Waiting for Guffman, an odd 'slice of life' comedy by Christopher Guest center on the music put on to celebrate a small Indiana town and the hopes of the cast members to be discovered. Amusing with some really funny moments and some not, the musical itself is quite humorous as well. My Grade: C
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Watched this over the last week or so, Mad Men, Season 1. Set at an advertising agency in New York in 1960, a very accurate period piece while also being a compelling drama. The show gets all of the period details right and uses actual advertising campaigns as the 'finished product' that the fiction firm turns out. Engaging characters, interesting plots, good production values though with some soap opera elements. Overall, an excellent show. My Grade: B/B+
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Three . . . Extremes, a set of three Asian 'horror' pieces by different directors, presented in this order:
Dumplings by far the most disturbing and sinister of the pieces (though they are all disturbing). What price beauty? A perfect piece for the Legend of the Five Rings setting, showing how people can be seduced and corrupted by dark promises. My Grade: C+/B-
Cut, the longest sequence, at least it feels the longest. Clever in that the main character is a director and obviously intended to be 'realistic' and 'edgy' but is ultimate pointless and stupid but engaging while watching because you hope that something will happen that will make it all make some sort of sense . . . but it does not at the end mean anything. I advise skipping this one entirely. My Grade: D
Box, the cinematography is amazing, it is beautifully filmed and what seems to be the story is disturbing and twisted (in many ways) but I found the twist ending, well, dumb, but [livejournal.com profile] doji_kumoko sort of liked it. So, your perception on that will determine how much you like this one. Still, visually a treat. My Grade: C+

My advice, skip Cut, and watch Box and then Dumplings. If you must watch all three, watch Cut first, so you can get the taste of stupid out of your mind by the end of it all. Overall grade: C-/C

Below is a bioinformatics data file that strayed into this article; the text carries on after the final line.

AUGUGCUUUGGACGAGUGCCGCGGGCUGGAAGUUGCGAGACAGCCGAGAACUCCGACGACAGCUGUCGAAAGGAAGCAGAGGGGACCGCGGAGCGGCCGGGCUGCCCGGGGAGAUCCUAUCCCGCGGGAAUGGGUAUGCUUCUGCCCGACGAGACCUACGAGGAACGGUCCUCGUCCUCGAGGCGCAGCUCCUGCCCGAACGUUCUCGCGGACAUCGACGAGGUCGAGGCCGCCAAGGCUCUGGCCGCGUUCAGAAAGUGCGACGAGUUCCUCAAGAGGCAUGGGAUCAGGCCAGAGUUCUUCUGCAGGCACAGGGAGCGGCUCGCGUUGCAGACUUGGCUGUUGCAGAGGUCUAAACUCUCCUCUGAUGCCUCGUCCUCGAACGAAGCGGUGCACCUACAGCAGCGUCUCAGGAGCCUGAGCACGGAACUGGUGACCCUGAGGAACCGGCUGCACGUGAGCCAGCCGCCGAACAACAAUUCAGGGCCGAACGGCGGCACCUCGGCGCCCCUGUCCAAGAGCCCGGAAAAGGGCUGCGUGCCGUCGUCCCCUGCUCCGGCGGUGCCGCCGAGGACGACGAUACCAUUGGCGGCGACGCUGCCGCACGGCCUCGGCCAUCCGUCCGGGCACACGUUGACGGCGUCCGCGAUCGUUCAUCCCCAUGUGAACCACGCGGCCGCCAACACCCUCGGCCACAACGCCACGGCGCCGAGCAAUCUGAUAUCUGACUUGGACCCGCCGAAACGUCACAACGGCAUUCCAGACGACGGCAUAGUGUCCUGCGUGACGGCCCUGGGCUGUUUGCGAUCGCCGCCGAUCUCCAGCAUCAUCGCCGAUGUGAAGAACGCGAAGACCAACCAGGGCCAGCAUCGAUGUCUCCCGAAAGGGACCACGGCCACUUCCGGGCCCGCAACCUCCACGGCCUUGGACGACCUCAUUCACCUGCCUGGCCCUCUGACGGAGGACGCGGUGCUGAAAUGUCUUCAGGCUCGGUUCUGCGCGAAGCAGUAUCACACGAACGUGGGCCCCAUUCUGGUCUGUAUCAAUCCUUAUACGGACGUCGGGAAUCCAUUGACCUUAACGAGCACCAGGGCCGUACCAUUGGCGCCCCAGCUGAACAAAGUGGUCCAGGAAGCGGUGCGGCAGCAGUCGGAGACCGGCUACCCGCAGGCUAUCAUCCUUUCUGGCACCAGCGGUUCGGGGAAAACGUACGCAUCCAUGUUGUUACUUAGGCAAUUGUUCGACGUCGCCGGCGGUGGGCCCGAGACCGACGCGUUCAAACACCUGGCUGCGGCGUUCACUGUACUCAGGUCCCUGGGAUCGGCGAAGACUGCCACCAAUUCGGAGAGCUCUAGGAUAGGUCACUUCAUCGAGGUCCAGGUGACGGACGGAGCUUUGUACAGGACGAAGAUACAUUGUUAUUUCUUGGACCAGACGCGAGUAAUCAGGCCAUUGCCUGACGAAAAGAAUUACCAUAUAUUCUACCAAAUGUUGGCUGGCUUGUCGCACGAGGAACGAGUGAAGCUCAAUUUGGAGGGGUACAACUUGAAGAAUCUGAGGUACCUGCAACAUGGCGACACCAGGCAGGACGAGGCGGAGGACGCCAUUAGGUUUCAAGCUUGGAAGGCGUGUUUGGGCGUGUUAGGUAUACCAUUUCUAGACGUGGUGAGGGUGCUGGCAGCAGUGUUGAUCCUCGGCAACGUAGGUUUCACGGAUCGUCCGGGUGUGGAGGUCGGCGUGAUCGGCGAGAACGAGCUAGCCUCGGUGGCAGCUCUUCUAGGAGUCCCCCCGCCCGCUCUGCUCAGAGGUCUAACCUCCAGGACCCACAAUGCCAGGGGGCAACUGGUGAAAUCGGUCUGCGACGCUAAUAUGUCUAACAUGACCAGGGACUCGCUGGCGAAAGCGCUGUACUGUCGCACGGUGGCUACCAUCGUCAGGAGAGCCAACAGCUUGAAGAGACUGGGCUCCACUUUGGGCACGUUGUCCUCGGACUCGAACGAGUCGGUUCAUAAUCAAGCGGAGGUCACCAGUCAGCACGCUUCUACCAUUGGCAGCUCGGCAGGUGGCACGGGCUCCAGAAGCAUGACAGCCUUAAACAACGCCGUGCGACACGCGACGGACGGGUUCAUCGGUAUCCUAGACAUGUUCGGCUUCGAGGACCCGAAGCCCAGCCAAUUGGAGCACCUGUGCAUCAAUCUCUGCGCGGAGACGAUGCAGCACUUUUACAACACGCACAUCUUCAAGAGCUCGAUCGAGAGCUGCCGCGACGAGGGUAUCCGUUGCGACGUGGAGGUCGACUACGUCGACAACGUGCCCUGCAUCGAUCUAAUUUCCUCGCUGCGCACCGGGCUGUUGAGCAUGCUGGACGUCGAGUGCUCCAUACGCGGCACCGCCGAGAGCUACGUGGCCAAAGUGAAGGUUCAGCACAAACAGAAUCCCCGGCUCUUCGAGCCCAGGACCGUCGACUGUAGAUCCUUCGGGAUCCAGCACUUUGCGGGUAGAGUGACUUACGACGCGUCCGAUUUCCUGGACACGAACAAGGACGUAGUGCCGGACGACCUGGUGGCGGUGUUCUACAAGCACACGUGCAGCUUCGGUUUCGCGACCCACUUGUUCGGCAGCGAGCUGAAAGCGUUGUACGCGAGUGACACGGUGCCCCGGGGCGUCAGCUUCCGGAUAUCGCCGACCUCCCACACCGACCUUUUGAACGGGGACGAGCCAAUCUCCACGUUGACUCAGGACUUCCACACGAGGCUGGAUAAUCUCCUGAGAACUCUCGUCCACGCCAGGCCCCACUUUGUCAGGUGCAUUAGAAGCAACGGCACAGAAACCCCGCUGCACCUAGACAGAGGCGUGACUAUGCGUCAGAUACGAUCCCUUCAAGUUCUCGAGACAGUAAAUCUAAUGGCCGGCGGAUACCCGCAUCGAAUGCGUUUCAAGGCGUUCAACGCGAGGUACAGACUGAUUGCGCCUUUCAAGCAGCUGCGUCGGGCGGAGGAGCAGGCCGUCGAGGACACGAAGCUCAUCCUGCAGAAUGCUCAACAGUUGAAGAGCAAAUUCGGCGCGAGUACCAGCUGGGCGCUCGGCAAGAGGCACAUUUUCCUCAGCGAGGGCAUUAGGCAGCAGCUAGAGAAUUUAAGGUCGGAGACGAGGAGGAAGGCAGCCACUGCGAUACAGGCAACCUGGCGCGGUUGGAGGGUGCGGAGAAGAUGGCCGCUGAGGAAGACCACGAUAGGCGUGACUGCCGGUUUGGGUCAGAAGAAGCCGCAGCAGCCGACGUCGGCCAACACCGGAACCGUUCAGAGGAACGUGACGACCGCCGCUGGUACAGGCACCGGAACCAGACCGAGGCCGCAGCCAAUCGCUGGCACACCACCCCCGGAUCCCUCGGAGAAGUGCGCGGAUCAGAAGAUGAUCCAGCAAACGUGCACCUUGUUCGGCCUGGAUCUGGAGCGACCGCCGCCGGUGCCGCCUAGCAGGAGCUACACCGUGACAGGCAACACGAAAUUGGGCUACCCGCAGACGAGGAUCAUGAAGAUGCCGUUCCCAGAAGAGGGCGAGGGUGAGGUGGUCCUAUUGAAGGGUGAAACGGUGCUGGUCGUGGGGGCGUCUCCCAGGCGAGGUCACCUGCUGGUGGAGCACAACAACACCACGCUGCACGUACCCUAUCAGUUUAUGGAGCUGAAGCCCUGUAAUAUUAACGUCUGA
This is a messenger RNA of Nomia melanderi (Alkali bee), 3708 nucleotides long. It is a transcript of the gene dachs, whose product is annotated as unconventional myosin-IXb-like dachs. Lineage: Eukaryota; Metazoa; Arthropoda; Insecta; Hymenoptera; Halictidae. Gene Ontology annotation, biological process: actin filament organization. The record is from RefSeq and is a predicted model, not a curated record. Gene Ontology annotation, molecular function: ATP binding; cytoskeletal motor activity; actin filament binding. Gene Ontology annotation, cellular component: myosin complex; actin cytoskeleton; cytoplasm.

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Trying to catch up a bit . . .

Seen on DVD:
Sukiyaki Western Django, a strange mix of western and samurai drama with HK action sensibilities. Not good but fun, the plot is a thin excuse to string together various Western/Samurai tropes and is quite amusing. Though it is in English, we found it worthwhile to watch with close captioning as the Japanese actors often do not speak clearly. My Grade: C

Diary of a Chambermaid, a strange French movie set between the wars about the life of a maid in the French countryside. It is well acted but goes nowhere. Nothing really resolves, and very little happens, throughout the movie. Just pointless. My Grade: C-

Khartoum, a historical drama based loosely on General Gorden's defense of Khartoum (in the Sudan) against the forces of the Mahdi. Not very historically accurate but very fun, Charlton Heston is brilliant as the driven Gorden, and Laurence Olivier is a sinister fanatic of a Mahdi. The battle scenes are well filmed, if not very bloody (though horses tumble left and right). My Grade: C+/B-

Hancock started off well as a tale of redemption but veered off into a strange story of super-powered immortals . . . which was a same as I was quite enjoying the redemption. Will Smith does well in the role overall and the special effects are very well done. It could have been great if it had focused on one storyline. My Grade: C-/C

On the theatre (yes, we actually made it to the theatre!):

The Tale of Despereaux, a delightful little story (though the opening is rather slow) well animated and with good voice acting from a lot of top talent (Matthew Broderick as Despereaux for example). A fun story and , mostly, well told. My Grade: C+/B-

January 2015